We have had a series of posts introducing several foundational tools in phylogenetic inference including Bayesian reasoning, Markov Chain Monte Carlo, and the gamma distribution’s many uses in phylogenetics. Today, we’ll continue with this theme in a crosspost from my UH colleague Floyd Reed‘s laboratory blog. Here, Floyd gives a simple derivation of the Jukes Cantor model of DNA substitution. Here it is in lightly edited form:
In previous posts I talked about irreversible and reversible mutations between two states or alleles. However, there are four nucleotides, A, C, G, and T. How can we model mutations among these four states at a single nucleotide site? It turns out that this is important to consider for things like making gene trees to represent species relationships. If we just use the raw number of differences between two species’ DNA sequences we can get misleading results. It is actually better to estimate and correct for the total number of changes that have occurred, some fraction of which may not be visible to us. The simplest way to do this is the Jukes-Cantor (1969) model.
Imagine a nucleotide can mutate with the same probability to any other nucleotide, so that the mutation rates in all directions are equal and symbolized by .
So from the point of view of the “A” state you can mutate away with a probability of (lower left above). However, another state will only mutate to an “A” with a probability of (lower right above); the “T” could have just as easily mutated to a “G” or “C” instead of an “A”.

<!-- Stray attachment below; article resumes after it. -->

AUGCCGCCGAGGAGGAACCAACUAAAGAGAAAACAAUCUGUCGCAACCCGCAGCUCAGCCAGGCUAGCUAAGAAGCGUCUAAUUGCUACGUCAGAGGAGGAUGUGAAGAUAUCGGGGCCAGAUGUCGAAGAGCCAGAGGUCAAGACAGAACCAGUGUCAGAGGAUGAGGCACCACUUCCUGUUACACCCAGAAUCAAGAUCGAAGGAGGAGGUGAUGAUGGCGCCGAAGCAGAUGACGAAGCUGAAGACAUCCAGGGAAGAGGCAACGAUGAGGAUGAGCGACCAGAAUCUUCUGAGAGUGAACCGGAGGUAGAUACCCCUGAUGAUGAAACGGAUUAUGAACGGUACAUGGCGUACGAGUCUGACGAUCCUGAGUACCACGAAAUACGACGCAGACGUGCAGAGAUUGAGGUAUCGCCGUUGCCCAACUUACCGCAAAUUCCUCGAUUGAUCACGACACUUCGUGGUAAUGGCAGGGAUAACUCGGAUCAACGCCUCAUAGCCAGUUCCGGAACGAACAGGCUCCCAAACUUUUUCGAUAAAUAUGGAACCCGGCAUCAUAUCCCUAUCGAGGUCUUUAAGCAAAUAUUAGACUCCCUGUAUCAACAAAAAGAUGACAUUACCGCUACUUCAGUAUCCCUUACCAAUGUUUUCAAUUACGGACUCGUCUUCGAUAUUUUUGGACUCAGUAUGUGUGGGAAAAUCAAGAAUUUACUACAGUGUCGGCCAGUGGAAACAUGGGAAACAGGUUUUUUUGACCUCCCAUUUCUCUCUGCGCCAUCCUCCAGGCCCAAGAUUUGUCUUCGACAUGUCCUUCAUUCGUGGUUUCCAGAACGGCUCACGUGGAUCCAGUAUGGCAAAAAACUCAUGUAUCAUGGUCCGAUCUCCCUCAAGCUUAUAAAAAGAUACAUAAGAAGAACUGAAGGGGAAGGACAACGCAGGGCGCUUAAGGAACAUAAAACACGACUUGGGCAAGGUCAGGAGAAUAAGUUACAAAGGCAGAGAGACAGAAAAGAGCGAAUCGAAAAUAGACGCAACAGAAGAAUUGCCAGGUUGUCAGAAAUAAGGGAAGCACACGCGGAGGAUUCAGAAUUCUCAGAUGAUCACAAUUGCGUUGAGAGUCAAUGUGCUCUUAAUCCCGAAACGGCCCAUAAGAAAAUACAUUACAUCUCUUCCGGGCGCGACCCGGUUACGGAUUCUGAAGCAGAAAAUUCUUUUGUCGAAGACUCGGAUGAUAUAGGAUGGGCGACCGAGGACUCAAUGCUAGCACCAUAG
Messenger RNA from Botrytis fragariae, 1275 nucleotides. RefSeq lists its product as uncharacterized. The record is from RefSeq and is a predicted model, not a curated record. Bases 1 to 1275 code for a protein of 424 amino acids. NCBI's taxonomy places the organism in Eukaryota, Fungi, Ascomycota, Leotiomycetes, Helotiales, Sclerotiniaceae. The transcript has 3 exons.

Many participants of the molecular evolution workshops I attend are very interested in methods for estimating the evolutionary dynamics of serially-sampled pathogens. Recent versions of BEAST and BEAST2 have some of the most exciting and cutting-edge models for understanding evolutionary processes in these data. Because of this, I wanted to call your attention to a new tutorial on this subject:
Trevor Bedford has posted a tutorial entitled: Inferring spatiotemporal dynamics of the H1N1 influenza pandemic from sequence data.
He provides several detailed exercises that will surely help anyone new to these methods understand how to analyze their own data in BEAST. Interestingly, Trevor is hosting his tutorial on github, which I think is a great idea.
I really enjoy teaching and participating in phylogenetics workshops. Currently, I’m preparing my teaching materials for the Wellcome Trust-EMBL-EBI Advanced Course on Computational Molecular Evolution, where I have the awesome opportunity to teach a section on divergence time estimation with Jeff Thorne. Since I’ve made some minor updates to the BEAST tutorial that I’ve given at recent workshops, I wanted to create a more permanent page to host the document and data files. So, for those interested, you can find the updated tutorial here. I will try to keep this tutorial as up-to-date as possible.
Figure 1: The impact of varying the shape parameter (alpha) on the gamma distribution.
Although the gamma distribution is widely used in phylogenetics, it remains somewhat of a mystery to many of the students in our annual workshop in applied phylogenetics. Acquiring a basic understanding of the gamma distribution is key to understanding how many widely-used phylogenetic methods work (e.g., MrBayes, BEAST, SIMMAP, BayesTraits). With a bit of help from Brian Moore, I’ve just posted a short tutorial that uses a series of simple R scripts and resulting figures to illustrate how and why the gamma distribution can assume such a wide range of shapes. I hope folks will find this tutorial useful, and encourage you to play around with the scripts I’ve posted to further your understanding of the gamma distribution. Drop me a line if you have any questions.